And as Matlow pointed out to reporters, rules about how the mayor of Toronto can govern are not about John Tory’s character. They are about the powers of that office, and the powers of city council next to it. The rules that apply to this mayor will apply to all mayors. Would Tory have wanted the last guy to be able to govern with one-third council support? Or the guy before him?
“Trust me not to abuse this grossly undemocratic statutory authority” does not cut it. Even if you claim you want it to do something important. Even if what you plan to do with it is important.
The thing about this whole “strong mayor” debate is that it’s gotten a lot of things all tangled up now in an ultimately toxic package.
There was a decent case to be made that the mayor’s office should be stronger than it has been. The mayor has the title of CEO of the city, and yet historically had little executive authority to manage the city’s staff and operations. I think there’s a legitimate interest in allowing the person directly elected by the entire city to actually serve as an executive -- not only does the office’s broad constituency justify it, but I think the people of Toronto expect the mayor to have that kind of authority. Powers of that nature were contained in Bill 3, which was passed into law months ago and came into force on Tuesday.
But that’s different than giving him more legislative power to dictate the business of city council. Or to overrule council, as Bill 3 also allowed. Or to sidestep the majority of council and legislate in the absence of its support -- new even stronger powers, contained in provincial Bill 39, which is still being debated at Queen’s Park. This goes several steps beyond reasonable, straight past debatable into the realm of the intolerable.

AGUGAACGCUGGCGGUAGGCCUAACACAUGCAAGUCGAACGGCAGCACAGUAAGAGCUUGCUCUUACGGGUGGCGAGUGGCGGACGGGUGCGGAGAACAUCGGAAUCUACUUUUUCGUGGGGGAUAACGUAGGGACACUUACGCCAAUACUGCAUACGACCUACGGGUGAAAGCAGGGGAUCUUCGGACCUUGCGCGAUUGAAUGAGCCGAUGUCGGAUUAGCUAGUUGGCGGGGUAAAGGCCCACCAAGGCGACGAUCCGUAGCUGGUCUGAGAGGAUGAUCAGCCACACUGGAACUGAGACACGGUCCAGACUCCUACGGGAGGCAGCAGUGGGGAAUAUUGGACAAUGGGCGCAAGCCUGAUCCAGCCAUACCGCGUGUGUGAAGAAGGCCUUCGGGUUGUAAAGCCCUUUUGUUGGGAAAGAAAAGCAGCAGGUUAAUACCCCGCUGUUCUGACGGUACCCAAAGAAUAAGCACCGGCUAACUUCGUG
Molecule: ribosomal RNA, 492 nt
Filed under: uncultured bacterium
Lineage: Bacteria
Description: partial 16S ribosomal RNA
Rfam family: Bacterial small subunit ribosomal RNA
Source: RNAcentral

In his opening speech, Tory made impassioned pleas to deal with a mental health crisis that is claiming lives, a forceful pledge to work to fix structural funding issues in the city, an exasperated complaint about the province’s new housing changes that “will hurt our ability to get housing built.” There were a lot of sentiments most councillors could get behind, and many Torontonians could be inspired by.
And yet, how can you focus on that when the very democratic structure of Toronto city council is about to be overturned?
His long pleas for unity and proclamations of working with councillors were overshadowed entirely by his three-pronged test of when he would use new powers to legislate in defiance of the will of a majority of those very councillors: on matters of transit and housing of citywide importance, if there was a staff report (as there is for virtually any item before council), and if his sincere efforts to forge a consensus failed.
I may have been the only person in the council chamber to laugh out loud at that last part, but I could not help it: I’ll only overrule you in cases where you refuse to agree with me is hardly the reassurance Tory might have imagined it to be.
It is logic fit for a king. Thus begins the imperial mayoralty in Toronto. Not yet fully written into provincial law, but already overshadowing the business of city council.